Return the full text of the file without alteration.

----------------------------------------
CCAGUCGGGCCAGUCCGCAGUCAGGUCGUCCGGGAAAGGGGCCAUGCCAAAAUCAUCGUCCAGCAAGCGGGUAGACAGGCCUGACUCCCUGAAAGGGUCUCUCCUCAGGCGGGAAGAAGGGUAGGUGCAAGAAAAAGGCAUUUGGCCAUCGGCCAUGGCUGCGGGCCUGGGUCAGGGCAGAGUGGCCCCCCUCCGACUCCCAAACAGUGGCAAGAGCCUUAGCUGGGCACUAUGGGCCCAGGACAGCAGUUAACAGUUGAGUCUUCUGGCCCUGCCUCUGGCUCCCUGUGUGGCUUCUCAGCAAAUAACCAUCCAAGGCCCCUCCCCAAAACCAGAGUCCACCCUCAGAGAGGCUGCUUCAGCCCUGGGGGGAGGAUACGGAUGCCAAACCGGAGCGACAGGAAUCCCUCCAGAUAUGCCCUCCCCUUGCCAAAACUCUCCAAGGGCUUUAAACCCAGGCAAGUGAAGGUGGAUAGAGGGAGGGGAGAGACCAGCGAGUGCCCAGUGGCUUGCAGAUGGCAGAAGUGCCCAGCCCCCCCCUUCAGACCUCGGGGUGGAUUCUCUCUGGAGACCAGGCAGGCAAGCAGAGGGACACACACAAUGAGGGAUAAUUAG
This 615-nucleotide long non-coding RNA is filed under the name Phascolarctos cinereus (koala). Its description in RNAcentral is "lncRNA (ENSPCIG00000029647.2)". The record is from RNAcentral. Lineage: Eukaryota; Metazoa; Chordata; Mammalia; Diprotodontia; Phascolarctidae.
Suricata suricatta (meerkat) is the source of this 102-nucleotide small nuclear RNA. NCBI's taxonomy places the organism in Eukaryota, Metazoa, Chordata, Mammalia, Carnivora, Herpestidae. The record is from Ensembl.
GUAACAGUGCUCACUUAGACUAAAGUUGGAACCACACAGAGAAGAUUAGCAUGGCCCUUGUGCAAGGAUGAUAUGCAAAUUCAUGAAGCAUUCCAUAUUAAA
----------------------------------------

CCAGUCGGGCCAGUCCGCAGUCAGGUCGUCCGGGAAAGGGGCCAUGCCAAAAUCAUCGUCCAGCAAGCGGGUAGACAGGCCUGACUCCCUGAAAGGGUCUCUCCUCAGGCGGGAAGAAGGGUAGGUGCAAGAAAAAGGCAUUUGGCCAUCGGCCAUGGCUGCGGGCCUGGGUCAGGGCAGAGUGGCCCCCCUCCGACUCCCAAACAGUGGCAAGAGCCUUAGCUGGGCACUAUGGGCCCAGGACAGCAGUUAACAGUUGAGUCUUCUGGCCCUGCCUCUGGCUCCCUGUGUGGCUUCUCAGCAAAUAACCAUCCAAGGCCCCUCCCCAAAACCAGAGUCCACCCUCAGAGAGGCUGCUUCAGCCCUGGGGGGAGGAUACGGAUGCCAAACCGGAGCGACAGGAAUCCCUCCAGAUAUGCCCUCCCCUUGCCAAAACUCUCCAAGGGCUUUAAACCCAGGCAAGUGAAGGUGGAUAGAGGGAGGGGAGAGACCAGCGAGUGCCCAGUGGCUUGCAGAUGGCAGAAGUGCCCAGCCCCCCCCUUCAGACCUCGGGGUGGAUUCUCUCUGGAGACCAGGCAGGCAAGCAGAGGGACACACACAAUGAGGGAUAAUUAG
This 615-nucleotide long non-coding RNA is filed under the name Phascolarctos cinereus (koala). Its description in RNAcentral is "lncRNA (ENSPCIG00000029647.2)". The record is from RNAcentral. Lineage: Eukaryota; Metazoa; Chordata; Mammalia; Diprotodontia; Phascolarctidae.
Suricata suricatta (meerkat) is the source of this 102-nucleotide small nuclear RNA. NCBI's taxonomy places the organism in Eukaryota, Metazoa, Chordata, Mammalia, Carnivora, Herpestidae. The record is from Ensembl.
GUAACAGUGCUCACUUAGACUAAAGUUGGAACCACACAGAGAAGAUUAGCAUGGCCCUUGUGCAAGGAUGAUAUGCAAAUUCAUGAAGCAUUCCAUAUUAAA